In the mid-1990s, Korea’s economic growth was led by a construction boom stemming from a government project to build two million housing units. But when the IMF crisis hit, realtors had trouble finding buyers, and medium-size construction companies went bankrupt.
The housing market today is walking on similarly thin ice. There is speculation that an oversupply of housing units between 2014 and 2016 will bring about a sharp drop in sales during the next two years.
Other key industries such as shipping, shipbuilding and steel continue to struggle from restructuring and a sluggish global market. Electronics and automobile companies are busy trying to stay ahead of Chinese competitors, who have managed to catch up to Korean firms in recent years.
Analysts are equally pessimistic about the economic outlook and loss of growth engines as they were in the late 1990s. The Ministry of Strategy and Finance, which set a goal of 3.7 percent annual growth in 2014, has been lowering its outlook every year and finally broke below 3 percent this year.
The unemployment rate last month was 3.4 percent, the highest for October in 11 years. The last time unemployment was so high in October was in 2005, when it was at 3.6 percent. The future is looking bleaker, as companies are cutting back on investment.
Experts say the economy is all about sentiment. When consumers and companies have confidence in the economy, things roll along smoothly. During a meeting last month, the Bank of Korea’s governor, Lee Ju-yeol, made a reference to “self-fulling crisis” where an economic crisis is caused not by poor economic fundamentals or impossible government goals but by investor pessimism. He said such an attitude itself can only make the future more difficult.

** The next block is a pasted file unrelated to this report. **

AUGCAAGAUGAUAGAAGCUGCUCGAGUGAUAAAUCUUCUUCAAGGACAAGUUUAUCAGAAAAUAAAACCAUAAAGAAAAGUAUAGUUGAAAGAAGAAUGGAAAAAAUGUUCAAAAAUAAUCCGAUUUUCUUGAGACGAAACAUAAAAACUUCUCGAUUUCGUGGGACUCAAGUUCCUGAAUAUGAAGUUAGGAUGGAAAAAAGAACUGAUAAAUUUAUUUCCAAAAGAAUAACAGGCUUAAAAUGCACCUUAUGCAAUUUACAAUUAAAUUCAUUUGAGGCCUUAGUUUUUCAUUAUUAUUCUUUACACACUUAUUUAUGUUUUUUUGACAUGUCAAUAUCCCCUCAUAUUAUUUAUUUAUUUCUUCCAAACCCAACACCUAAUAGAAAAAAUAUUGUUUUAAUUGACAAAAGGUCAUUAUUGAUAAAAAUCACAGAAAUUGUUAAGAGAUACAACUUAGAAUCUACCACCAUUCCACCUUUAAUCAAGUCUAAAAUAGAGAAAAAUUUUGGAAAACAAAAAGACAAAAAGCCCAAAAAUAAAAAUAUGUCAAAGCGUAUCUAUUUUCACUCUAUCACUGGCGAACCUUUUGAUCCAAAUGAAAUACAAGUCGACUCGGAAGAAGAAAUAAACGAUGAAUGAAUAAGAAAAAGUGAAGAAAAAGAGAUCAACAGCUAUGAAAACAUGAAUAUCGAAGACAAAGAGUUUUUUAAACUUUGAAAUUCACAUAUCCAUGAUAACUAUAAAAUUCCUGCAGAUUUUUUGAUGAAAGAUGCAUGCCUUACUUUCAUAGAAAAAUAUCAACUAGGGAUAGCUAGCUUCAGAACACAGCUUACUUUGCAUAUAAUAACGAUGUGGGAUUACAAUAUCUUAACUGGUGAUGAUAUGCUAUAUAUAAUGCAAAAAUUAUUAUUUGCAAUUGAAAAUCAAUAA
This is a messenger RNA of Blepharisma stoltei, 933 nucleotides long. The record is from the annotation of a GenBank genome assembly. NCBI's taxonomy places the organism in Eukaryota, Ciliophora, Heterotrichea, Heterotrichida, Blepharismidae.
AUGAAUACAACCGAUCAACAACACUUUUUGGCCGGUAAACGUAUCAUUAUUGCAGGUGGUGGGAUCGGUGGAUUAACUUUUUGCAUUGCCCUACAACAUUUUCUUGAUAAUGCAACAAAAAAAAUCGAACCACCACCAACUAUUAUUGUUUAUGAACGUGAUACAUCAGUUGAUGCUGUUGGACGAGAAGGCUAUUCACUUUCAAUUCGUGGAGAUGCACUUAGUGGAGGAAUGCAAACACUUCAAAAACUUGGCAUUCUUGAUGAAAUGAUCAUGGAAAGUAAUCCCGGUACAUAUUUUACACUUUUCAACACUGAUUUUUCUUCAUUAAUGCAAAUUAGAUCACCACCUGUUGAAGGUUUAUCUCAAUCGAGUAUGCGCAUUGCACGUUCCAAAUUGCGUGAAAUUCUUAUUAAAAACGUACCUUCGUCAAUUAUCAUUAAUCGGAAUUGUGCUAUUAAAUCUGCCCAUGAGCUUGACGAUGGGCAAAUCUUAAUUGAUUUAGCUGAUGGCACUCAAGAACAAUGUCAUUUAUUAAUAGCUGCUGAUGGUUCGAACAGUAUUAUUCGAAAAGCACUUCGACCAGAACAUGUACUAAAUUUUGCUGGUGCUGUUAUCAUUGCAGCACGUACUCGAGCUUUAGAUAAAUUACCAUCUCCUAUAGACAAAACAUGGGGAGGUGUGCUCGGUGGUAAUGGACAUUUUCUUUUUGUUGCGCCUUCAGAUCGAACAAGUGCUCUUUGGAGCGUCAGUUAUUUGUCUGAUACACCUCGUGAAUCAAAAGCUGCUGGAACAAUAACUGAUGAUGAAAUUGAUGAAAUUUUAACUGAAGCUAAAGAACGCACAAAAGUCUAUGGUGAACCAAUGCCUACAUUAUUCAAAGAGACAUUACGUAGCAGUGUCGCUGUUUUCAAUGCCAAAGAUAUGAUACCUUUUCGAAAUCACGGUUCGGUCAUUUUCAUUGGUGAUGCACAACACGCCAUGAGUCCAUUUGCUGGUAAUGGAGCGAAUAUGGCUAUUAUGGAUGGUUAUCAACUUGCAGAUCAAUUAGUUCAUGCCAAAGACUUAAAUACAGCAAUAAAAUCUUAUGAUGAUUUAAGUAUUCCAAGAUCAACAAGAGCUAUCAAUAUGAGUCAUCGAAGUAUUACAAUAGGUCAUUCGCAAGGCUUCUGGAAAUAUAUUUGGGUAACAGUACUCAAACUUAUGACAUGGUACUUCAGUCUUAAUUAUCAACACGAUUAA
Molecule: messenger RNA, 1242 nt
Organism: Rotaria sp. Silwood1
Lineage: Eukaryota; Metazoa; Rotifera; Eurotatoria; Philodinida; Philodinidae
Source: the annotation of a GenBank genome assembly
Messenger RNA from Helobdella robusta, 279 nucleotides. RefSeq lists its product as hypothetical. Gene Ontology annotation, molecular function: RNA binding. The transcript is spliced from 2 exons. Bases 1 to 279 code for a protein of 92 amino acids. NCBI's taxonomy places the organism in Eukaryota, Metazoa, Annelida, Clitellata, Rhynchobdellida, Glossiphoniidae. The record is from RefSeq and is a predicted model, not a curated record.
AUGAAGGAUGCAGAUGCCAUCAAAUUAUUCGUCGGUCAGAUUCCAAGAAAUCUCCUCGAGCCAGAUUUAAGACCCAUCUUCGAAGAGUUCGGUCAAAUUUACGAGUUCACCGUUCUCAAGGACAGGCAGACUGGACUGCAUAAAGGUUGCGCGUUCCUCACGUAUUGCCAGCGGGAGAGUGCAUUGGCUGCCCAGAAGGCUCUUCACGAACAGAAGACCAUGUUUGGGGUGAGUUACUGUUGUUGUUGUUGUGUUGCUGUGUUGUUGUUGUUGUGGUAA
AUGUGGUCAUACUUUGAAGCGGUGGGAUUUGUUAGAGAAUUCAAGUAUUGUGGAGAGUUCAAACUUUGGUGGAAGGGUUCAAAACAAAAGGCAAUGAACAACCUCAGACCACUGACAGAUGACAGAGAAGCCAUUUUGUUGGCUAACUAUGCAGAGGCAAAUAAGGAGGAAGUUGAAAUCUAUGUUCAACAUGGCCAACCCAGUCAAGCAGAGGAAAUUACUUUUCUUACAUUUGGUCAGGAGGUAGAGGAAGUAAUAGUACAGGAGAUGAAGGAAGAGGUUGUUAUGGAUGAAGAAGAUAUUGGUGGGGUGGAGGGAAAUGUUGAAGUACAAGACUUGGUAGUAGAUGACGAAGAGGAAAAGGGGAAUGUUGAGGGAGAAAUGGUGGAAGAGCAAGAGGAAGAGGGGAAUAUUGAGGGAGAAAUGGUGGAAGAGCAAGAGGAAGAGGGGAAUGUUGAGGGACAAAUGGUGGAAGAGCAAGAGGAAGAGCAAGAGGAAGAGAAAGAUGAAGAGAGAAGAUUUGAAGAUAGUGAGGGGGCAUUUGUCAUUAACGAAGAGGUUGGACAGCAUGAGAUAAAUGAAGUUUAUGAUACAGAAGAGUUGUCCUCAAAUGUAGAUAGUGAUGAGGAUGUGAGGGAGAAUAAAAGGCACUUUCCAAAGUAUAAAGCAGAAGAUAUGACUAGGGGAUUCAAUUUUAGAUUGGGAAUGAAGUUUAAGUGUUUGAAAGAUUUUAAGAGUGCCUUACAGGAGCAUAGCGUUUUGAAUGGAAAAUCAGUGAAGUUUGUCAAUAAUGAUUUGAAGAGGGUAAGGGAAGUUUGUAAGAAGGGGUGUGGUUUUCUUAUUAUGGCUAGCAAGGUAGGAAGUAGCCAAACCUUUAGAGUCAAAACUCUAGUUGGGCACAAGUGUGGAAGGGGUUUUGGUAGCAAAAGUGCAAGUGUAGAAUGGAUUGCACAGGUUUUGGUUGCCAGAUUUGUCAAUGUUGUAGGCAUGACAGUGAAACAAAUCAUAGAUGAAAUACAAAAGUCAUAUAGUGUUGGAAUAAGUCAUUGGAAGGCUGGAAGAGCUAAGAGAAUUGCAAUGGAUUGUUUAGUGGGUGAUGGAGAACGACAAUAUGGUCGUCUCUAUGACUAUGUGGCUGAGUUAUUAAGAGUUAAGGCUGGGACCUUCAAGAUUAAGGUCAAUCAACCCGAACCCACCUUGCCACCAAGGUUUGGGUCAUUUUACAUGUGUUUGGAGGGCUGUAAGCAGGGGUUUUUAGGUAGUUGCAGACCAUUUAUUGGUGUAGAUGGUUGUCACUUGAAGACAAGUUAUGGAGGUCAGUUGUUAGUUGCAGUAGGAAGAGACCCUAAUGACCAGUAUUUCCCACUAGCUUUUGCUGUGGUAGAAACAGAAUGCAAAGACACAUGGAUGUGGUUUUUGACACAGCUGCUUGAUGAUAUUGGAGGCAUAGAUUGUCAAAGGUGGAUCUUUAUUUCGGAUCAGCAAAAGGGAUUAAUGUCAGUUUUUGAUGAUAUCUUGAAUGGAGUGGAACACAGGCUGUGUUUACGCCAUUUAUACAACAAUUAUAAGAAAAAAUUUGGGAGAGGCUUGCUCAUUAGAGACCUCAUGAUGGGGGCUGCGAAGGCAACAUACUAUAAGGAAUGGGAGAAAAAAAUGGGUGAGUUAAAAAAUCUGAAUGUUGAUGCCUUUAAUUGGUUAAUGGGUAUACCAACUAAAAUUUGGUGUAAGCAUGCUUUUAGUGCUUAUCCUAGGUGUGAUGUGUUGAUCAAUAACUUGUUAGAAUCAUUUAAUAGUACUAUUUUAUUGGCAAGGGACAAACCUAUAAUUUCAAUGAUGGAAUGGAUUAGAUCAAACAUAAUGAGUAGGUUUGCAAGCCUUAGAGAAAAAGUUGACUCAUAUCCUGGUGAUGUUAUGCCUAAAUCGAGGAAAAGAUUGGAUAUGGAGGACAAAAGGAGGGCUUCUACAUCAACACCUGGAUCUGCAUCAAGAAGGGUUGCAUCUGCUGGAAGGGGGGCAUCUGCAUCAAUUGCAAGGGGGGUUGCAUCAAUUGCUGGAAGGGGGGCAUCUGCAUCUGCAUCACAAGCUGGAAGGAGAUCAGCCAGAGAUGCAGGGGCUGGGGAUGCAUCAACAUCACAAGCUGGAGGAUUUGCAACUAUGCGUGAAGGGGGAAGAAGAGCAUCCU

This is not to say there aren’t people who are optimistic that the Korean economy will ride through these troubled times better than it did during the IMF crisis. After all, the country’s economic fundamentals and external credibility have improved significantly since the late 1990s.
But that hasn’t stopped some observers from pointing out that a crisis emerges every 10 years, as was the case in 1997 and 2008.
“There’s a possibility that [the Korean economy] will be faced with a low-growth cycle similar to that of Japan rather than a global crisis that starts from the United States,” said Yoon Jeung-hyun, a former finance minister. “First, we need to recover political leadership and then come up with a comprehensive plan for each different sector that targets raising the growth potential.”
BY KIM YOO-KYUNG [firstname.lastname@example.org]